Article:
The Worsdell C6 (NER Classes V & V/09) 4-4-2 Atlantics
During the early 1900s, express passenger traffic continued to grow. As well as increasing traffic, newer heavier coaches were being used along with restaurant cars and sleeping cars. The North Eastern Railway (NER) introduced two 4-6-0 classes (B13 and B14) to haul the heaviest express services, but neither proved particularly outstanding. By 1902, the GNR expresses were arriving in York hauled by C1 Atlantics. Also Wilson Worsdell had just returned from visiting the USA and had been impressed by the Atlantic locomotives that hauled the Pennsylvania Railroad's expresses between Philadelphia and Atlantic City. Together, these two Atlantic designs inspired Worsdell's Class V locomotives, designed to haul the heaviest of the East Coast express services.
The first Class V, No. 532, was completed in November 1903, and was followed by nine more over the next 12 months. The Class Vs had a large 5ft 6in boiler of the same diameter of that used on the C1s, but without the wide firebox. No. 532 was originally built with a low cab roof. This looked incorrect and also restricted the forward view. Within a month, No. 532 returned to Gateshead Works to have its roof raised. Deeper windows were added, and the safety valve 'tails' were straightened out. Previously they were cranked to bring them level with the cab roof. The whistles were initially on the roof, but were repositioned onto a pipe projecting through the front of the cab.
Due to the poor performance of Worsdell's D21 4-4-0 design of 1908, he switched back to the Class V design for the next batch of express locomotives. Hence a second batch of ten was built in 1910. These had some minor differences, resulting in an NER classification of V/09. Most significantly, the cylinder diameter was reduced from 20in to 19.5in. The main frames were also strengthened at the front end, and the splasher design was modified.
Both batches were built with saturated boilers. Between 1914 and 1920, new boilers with Schmidt superheaters were fitted. These new boilers were interchangeable with those used on the C7 (NER Class Z) locomotives. From December 1931, Diagram 48 boilers with Robinson superheaters started to be fitted. Eventually, fourteen C6s would carry the Robinson superheater.
During NER ownership, the C6s and C7 Atlantics appear to have been officially treated the same, although the enginemen had their own opinions and generally thought the C6s were rougher in running. Fireman tended not to like the C6s due to higher coal consumption, but drivers tended to prefer the C6s on heavier trains because they were thought to be the stronger.
By Grouping (1923), the C6s were still hauling the top express services on the East Coast main line, and were accordingly allocated to York, Gateshead, Heaton, and Tweedmouth. The arrival of Raven A2 Pacifics and Gresley A1 Pacifics resulted in a minor re-distribution between these sheds. In April 1928, four were allocated to Darlington to act as main line standing pilots in-case of failures of express locomotives. At about this time, the Tweedmouth C6s were used for the same duty.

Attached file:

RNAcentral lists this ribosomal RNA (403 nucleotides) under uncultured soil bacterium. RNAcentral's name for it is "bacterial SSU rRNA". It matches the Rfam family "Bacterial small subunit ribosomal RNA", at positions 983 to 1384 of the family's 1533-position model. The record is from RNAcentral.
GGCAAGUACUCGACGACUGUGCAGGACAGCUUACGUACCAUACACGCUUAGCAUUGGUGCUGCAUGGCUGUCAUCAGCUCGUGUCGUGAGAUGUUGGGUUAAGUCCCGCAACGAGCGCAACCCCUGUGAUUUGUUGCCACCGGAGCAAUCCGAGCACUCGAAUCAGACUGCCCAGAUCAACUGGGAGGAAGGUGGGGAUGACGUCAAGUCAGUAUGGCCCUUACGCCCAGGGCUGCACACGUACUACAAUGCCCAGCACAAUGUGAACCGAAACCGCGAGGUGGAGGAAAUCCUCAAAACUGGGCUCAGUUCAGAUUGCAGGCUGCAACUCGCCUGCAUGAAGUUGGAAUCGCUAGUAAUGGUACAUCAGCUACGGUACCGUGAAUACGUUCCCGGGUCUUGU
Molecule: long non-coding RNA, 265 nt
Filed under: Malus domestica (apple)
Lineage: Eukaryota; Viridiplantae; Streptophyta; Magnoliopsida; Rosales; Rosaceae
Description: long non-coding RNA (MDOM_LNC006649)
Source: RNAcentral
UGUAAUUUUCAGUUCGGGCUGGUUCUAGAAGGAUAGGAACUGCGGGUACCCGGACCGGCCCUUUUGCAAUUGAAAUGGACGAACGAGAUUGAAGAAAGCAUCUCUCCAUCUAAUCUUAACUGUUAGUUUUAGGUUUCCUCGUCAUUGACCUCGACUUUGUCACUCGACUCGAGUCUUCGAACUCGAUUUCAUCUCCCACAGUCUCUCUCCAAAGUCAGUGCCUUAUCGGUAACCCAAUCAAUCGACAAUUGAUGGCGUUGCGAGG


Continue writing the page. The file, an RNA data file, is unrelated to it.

During the 1920s, the C6s were also used on fast freight services on the main line, until this work was taken over by K3 2-6-0s that were entering service.
By 1930, the C6s were allocated to York, Darlington, Gateshead, and Heaton. The C6s were older than the C7s, and tended to work less demanding services during the 1930s. The Newcastle C6s were also seen more regularly on the Carlisle line.
The next major re-allocation occurred in 1938, when they were displaced by V2 2-6-2s from the main line. The looming War probably saved them from immediate withdrawal, and they were re-allocated to Darlington, York, and Leeds (Neville Hill). In 1939, twelve were allocated to Bridlington and Scarborough to haul the Yorkshire coast services. The remaining eight stayed at Darlington. The Scarborough C6s were rarely used, and the Bridlington crews viewed the C6s as too large.
The outbreak of World War 2 led to the re-allocation of some of the C6s back to Heaton and Gateshead, but withdrawals were imminent. Withdrawals began in January 1943 with the scrapping of the first C6, No 532. Re-allocations continued during the 1940s, including two to Dairycoates and ten to Springhead in 1943. Withdrawals continued, with only two C6s surviving into Nationalisation. These were both withdrawn in March 1948.
The following details are the first batch (NER Class V). The second batch (NER Class V/09) had 19.5x28in cylinders and a quoted tractive effort of 19,350lb.
|Piston Valves:||10in. diameter|
|Boiler:||Max. Diameter:||5ft 6in|
|Heating Surface:||Total:||1875.4 sq.ft.|
|Superheater:||392 sq.ft. (24x1.1in)|
|Tubes:||763.9 sq.ft. (90x 2in)|
|Flues:||534.5 sq.ft. (24x 5.25in)|
|Grate Area:||27 sq.ft.|
|Tractive Effort:||20,350lb||(@ 85% boiler pressure)|
|Weight (full):||Total:||121 tons 10cwt|
|Engine:||76 tons 4cwt|
|Tender:||45 tons 6cwt|
|Max. Axle Load:||20 tons 4cwt|
None of the C6 locomotives survived into preservation.
I am not aware of any ready-to-run models of the C6s in any scale. However, a number of scratch-built and live steam models do exist. The National Railway Museum owns a 1" scale Class V, and a 3.5in gauge V/09. Paul Mann (Leeds SMEE) has also recently won trophies with his live steam, coal-fired 5in gauge Class V/09.
Thank you to Mike Morant Collection for the colour illustration of the NER Class Z (LNER Class C7).
Thank you to Malcolm Peirson for the photograph of No. 697.
Thank you to the Rosewarne family for the photograph of LNER No. 705.